Posted on Nov 02 2016 by Darren Farnden | Comments Off on 4 key principles that good ISPs uphold
It’s great to see the channel thriving and continuing to grow. More and more businesses see the potential in Britain’s connectivity industry and this can only result in better services for consumers. But if you’re new to the game, how can you differentiate your business and compete in an environment with increasingly pressured margins?
The first thing to note is that you can’t compete on price alone, especially when it comes to data connectivity. If you do this – consistently slashing prices hoping that you’ll make money on volume of sales alone – you’ll quickly find yourself out of business. We’ve seen that resellers are having to sell more circuits at lower margins to grow their businesses; first in the broadband market and now increasingly when it comes to Ethernet too. This means that it’s becoming ever more important to differentiate elsewhere and, in our experience, it’s service where you can really distinguish yourselves from your competition.
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Posted on Sep 22 2015 by Neil Watson | Comments Off on Does bigger mean better when it comes to customer service?
In a recent Which? survey reporting on the quality of customer service amongst 100 of the UK’s leading brands, several of our industry’s major players didn’t fair too well with BT, TalkTalk and Vodafone dominating the bottom of the league table along with a number of energy providers.
The biggest gripes reported were non-UK based call centres, automated phone systems and being passed around lots of different people and departments. In comparison, friendly and helpful staff, good product/service knowledge and speed of service were listed as ways to ensure customer satisfaction.
This comes in the same week that EE announced promises to improve their own broadband customer service after ongoing complaints and a hefty fine from Ofcom earlier this year. “I’m not going to offer any excuses because broadband customer service has simply not been good enough. I promise all of our customers that service is our top priority,” promised EE customer service boss Francoise Clemes.
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Posted on Sep 05 2013 by Steve Lalonde | Comments Off on How important is a network anyway?
A customer once said to me (in quite colourful terms actually) that he couldn’t care less who owns the network, what technology it uses, where it is or how much it had cost to build-out, as long as it works. To most customers – and thus by default most resellers – that is fundamentally all that matters.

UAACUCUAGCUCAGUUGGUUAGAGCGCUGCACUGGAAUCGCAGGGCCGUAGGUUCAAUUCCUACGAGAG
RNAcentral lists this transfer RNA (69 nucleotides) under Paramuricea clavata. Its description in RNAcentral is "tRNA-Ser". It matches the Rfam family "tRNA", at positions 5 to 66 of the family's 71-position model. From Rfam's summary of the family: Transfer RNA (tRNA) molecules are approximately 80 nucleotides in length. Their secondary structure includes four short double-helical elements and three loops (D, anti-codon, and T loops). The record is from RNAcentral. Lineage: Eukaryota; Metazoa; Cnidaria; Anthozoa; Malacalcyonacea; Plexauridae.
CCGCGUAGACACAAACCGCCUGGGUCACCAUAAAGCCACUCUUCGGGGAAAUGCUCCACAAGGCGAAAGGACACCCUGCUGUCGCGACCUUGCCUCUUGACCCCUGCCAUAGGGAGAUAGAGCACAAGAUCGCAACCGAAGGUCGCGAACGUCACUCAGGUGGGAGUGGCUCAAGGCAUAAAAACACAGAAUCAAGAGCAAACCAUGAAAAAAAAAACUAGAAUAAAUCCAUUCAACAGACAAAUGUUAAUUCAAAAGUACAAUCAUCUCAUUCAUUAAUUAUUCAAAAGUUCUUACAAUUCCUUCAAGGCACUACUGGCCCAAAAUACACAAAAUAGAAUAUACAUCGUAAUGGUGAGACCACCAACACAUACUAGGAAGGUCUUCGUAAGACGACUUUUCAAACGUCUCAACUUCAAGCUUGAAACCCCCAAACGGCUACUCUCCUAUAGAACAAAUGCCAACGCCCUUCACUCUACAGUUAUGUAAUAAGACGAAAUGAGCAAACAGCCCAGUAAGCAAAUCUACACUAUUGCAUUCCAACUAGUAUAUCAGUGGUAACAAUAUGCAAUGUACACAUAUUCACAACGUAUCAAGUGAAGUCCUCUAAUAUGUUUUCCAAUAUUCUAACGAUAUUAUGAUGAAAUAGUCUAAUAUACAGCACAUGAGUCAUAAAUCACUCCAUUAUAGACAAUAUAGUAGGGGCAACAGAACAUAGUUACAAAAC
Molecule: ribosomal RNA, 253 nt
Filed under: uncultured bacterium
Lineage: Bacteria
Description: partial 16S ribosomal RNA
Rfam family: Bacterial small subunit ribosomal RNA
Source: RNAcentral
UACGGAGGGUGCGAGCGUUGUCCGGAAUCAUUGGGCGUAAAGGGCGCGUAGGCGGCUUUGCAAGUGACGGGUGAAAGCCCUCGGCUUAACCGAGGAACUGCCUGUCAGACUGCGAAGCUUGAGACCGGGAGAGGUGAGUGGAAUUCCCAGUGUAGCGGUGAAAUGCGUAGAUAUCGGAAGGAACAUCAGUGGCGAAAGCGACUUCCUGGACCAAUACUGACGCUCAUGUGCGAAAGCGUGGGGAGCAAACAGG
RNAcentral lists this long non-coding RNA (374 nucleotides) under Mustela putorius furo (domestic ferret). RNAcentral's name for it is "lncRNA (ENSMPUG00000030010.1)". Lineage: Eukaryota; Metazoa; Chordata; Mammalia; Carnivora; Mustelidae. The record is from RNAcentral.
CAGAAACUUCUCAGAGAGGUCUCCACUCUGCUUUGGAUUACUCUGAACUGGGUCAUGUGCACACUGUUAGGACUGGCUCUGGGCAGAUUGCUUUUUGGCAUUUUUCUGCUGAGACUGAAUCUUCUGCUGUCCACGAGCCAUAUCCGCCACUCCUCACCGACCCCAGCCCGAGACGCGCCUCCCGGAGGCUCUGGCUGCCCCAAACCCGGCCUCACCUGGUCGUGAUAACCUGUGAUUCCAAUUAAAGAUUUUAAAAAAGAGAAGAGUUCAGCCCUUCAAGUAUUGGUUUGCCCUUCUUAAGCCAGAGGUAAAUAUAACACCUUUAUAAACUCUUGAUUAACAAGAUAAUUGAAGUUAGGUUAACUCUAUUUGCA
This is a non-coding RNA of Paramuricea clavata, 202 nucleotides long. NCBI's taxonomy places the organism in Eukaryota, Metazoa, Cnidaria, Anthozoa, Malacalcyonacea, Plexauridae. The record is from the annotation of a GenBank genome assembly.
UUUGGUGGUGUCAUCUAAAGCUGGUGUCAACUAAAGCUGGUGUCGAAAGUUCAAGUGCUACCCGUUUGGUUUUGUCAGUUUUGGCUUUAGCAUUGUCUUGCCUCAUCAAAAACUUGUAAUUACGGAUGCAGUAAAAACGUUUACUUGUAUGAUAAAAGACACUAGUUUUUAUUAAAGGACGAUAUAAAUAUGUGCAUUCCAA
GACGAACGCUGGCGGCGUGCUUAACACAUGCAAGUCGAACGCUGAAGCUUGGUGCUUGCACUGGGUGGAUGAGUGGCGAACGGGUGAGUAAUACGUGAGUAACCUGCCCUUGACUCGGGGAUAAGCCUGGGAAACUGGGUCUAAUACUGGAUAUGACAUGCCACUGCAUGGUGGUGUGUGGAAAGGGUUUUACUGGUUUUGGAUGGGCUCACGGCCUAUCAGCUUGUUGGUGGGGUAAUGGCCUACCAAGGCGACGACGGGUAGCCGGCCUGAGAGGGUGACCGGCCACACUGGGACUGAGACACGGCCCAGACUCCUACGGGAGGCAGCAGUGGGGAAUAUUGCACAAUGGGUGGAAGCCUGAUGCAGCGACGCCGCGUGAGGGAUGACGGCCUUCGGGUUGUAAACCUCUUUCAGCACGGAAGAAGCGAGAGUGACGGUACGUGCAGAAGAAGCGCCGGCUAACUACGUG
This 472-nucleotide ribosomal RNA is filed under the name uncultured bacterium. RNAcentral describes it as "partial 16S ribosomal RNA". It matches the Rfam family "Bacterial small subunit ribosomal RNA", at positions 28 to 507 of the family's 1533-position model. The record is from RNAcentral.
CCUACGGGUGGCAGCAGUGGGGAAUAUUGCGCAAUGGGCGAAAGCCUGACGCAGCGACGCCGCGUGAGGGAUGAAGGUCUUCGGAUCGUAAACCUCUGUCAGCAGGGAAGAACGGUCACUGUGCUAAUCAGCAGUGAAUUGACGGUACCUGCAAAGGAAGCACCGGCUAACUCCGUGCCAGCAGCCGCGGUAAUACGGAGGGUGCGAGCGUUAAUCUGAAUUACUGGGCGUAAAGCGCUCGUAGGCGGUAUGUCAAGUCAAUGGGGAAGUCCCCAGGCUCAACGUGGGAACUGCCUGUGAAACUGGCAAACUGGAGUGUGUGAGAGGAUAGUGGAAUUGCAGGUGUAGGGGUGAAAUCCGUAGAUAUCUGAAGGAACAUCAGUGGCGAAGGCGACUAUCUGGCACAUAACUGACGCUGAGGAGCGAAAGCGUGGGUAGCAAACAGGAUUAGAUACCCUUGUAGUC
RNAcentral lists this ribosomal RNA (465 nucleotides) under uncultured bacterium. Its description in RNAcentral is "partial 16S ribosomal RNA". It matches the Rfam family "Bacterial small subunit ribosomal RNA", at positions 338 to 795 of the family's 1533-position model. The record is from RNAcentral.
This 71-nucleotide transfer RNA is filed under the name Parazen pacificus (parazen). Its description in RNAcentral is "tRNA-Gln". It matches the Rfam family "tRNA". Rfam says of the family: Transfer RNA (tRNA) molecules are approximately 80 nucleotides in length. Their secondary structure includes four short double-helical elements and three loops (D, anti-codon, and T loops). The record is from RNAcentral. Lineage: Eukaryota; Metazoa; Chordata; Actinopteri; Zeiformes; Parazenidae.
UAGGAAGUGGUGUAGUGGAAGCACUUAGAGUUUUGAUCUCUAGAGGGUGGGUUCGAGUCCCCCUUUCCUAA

Steve Lalonde, Chief Technical Officer
I’ve heard similar views expressed plenty of times and it’s easy to sympathise with this standpoint. From the end customer’s perspective, all that matters is that the service ‘does what it says on the tin’, as it were; that it delivers what it’s supposed to deliver. But to the partner, the network can make a distinct and vitally important difference.
The first and perhaps the biggest differentiator the network can give resellers is flexibility. Most service providers offer their partners a range of services, but they’re almost always quite tightly defined in terms of the bandwidth, usage allowances, thresholds, SLAs and other features. This is because the actual network belongs to someone else. If you wanted to tailor connectivity to suit a particular set of requirements, it might be possible, but there would almost certainly be limitations and restrictions on what you could do.
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Posted on Jan 30 2013 by Neil Watson | Comments Off on Can suppliers really compensate for loss of broadband?
Late last week news emerged that a German court had found Internet access to be an ‘essential part of life’ and an ISP had been ordered to pay compensation to a customer who had suffered from a loss of DSL service for 2 months in 2008/9. This unusual decision prompted us to ask, can we really compensate for broadband outages and how would that work in reality?
Neil Watson, Head of Service Operations
Whilst end user broadband customers are probably jumping for joy at this remote possibility, in reality such a practice really isn’t practical and here’s why:
The wholesale channel
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Firstly, we believe this would never work in practice because of the UK’s channel supply model. Most UK providers are reliant on Openreach to fix faults and maintain the major BT based network which runs throughout the UK. In addition to this, unless they are LLU or cable based operators, they purchase their services through BT Wholesale and many then sell these services on to reseller partners who in turn sell to end user customers. So consider for a minute, who would pay the compensation? The end user would claim from the reseller, who would try to claim from their wholesale provider, who would in turn try to claim from either BT Wholesale or Openreach – you can imagine how much time and red tape that would cause!
Posted on Jan 13 2009 by Claire Dutton-Merrills | 12 Comments
We’ve added a new poll asking what you feel is important about your ISP’s technical support.
We’re interested to hear your input so please feel free to cast your vote irrespective of which ISP you use.
You can find the poll on the right of the screen and you can choose up to two answers.
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